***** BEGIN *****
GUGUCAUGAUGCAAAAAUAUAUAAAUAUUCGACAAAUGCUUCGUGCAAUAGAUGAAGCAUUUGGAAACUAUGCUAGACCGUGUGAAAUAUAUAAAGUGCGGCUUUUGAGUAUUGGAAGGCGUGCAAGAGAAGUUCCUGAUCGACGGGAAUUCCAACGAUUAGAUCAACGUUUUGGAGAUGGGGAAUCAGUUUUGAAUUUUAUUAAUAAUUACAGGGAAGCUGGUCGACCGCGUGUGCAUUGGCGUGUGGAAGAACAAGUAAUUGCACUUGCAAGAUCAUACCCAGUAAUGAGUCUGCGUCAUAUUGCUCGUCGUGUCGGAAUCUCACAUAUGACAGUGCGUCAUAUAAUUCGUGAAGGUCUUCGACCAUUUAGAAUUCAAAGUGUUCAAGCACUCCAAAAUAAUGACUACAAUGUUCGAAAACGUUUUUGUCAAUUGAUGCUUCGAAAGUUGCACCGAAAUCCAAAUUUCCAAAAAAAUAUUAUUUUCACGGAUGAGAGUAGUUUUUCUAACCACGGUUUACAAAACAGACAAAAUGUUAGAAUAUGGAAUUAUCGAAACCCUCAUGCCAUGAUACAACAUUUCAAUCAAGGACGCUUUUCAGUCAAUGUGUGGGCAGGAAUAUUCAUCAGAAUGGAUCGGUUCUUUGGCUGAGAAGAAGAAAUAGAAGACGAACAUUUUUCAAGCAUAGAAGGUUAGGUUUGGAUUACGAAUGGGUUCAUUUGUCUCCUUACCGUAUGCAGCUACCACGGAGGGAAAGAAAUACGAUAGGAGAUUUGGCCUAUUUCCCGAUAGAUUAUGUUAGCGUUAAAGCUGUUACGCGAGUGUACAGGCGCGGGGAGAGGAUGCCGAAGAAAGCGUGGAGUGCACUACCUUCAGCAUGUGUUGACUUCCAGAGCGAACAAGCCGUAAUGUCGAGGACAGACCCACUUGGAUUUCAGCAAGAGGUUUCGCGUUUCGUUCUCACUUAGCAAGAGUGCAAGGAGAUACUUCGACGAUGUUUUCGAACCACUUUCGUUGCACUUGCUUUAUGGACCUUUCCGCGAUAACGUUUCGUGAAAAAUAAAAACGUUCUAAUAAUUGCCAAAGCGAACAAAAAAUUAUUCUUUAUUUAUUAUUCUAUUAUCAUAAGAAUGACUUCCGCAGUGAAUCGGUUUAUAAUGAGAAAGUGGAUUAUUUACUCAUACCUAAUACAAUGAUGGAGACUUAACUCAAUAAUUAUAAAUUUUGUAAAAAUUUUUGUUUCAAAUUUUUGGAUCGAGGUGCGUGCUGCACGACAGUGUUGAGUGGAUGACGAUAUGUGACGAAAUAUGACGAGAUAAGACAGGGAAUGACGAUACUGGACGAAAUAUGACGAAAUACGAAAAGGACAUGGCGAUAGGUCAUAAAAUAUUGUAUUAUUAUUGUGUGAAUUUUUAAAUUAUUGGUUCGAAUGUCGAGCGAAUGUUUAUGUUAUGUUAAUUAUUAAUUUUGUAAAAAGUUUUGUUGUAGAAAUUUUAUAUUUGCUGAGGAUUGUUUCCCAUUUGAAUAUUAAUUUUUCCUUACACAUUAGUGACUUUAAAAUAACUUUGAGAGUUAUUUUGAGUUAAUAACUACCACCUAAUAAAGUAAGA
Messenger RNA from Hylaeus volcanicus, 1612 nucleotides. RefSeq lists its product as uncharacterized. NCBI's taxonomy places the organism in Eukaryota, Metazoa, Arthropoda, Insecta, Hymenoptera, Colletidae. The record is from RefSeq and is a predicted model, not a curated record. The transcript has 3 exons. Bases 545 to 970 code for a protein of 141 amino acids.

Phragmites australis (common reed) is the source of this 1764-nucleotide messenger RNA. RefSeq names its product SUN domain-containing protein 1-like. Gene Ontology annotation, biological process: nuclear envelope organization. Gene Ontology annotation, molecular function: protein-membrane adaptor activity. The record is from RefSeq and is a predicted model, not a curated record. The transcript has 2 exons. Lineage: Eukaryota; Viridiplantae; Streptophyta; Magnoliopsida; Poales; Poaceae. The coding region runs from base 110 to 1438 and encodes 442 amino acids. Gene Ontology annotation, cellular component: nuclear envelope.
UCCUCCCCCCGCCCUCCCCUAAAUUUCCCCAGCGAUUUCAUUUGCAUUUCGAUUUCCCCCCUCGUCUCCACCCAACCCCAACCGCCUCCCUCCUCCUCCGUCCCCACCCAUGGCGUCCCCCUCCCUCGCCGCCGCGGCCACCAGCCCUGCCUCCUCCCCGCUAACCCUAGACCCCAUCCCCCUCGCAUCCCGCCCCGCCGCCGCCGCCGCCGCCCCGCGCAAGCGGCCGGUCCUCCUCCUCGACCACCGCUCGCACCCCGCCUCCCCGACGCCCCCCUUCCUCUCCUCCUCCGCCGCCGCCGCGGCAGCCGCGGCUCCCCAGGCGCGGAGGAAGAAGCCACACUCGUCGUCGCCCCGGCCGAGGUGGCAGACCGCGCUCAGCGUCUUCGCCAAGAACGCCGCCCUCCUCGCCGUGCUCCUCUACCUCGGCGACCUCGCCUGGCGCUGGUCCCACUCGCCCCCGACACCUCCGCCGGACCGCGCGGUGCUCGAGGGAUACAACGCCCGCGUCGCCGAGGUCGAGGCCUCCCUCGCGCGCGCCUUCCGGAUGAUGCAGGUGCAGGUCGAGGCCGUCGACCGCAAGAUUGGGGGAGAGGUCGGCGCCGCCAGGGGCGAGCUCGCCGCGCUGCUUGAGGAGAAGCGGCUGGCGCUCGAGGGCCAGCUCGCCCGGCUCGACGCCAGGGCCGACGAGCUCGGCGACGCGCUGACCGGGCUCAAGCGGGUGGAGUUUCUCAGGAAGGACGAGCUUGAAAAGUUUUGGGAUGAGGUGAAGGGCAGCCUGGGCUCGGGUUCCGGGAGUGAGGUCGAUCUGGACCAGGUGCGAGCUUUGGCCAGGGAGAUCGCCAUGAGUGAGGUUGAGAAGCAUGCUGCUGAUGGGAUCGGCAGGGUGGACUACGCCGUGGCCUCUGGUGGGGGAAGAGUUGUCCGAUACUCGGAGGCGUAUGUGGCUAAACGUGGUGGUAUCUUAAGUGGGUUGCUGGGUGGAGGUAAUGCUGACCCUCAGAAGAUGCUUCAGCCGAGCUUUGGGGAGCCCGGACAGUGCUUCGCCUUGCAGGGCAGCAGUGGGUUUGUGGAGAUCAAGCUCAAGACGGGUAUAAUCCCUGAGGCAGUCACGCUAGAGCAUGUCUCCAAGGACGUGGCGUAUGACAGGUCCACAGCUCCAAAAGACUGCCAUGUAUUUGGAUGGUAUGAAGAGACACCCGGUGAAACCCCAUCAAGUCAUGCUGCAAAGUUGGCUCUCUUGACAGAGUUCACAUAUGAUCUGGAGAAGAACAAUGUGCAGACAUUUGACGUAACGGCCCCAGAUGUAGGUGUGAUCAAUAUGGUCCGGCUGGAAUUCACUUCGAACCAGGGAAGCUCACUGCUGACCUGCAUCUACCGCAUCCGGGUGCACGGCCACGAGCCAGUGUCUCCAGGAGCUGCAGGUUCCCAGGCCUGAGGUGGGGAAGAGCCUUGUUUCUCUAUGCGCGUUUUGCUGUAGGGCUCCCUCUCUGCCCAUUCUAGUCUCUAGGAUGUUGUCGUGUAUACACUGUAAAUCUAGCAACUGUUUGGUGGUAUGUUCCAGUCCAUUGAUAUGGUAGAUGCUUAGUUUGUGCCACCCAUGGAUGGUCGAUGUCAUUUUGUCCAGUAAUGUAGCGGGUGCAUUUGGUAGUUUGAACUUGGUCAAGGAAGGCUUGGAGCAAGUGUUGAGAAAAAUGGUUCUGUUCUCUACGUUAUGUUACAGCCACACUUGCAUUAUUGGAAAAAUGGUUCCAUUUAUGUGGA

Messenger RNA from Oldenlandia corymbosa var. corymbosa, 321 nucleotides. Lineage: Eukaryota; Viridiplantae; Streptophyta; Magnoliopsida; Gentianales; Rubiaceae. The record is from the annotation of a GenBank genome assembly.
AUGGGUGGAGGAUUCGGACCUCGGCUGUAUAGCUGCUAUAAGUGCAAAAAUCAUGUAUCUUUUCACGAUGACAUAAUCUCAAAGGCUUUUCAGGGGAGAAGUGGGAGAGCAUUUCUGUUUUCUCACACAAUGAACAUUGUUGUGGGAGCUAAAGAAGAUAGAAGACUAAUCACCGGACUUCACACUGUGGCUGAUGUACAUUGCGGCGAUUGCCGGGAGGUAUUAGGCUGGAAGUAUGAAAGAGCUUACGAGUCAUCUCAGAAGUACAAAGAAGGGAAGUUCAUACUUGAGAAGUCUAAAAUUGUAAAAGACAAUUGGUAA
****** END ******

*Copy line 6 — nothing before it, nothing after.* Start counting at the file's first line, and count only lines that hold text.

AUGGGUGGAGGAUUCGGACCUCGGCUGUAUAGCUGCUAUAAGUGCAAAAAUCAUGUAUCUUUUCACGAUGACAUAAUCUCAAAGGCUUUUCAGGGGAGAAGUGGGAGAGCAUUUCUGUUUUCUCACACAAUGAACAUUGUUGUGGGAGCUAAAGAAGAUAGAAGACUAAUCACCGGACUUCACACUGUGGCUGAUGUACAUUGCGGCGAUUGCCGGGAGGUAUUAGGCUGGAAGUAUGAAAGAGCUUACGAGUCAUCUCAGAAGUACAAAGAAGGGAAGUUCAUACUUGAGAAGUCUAAAAUUGUAAAAGACAAUUGGUAA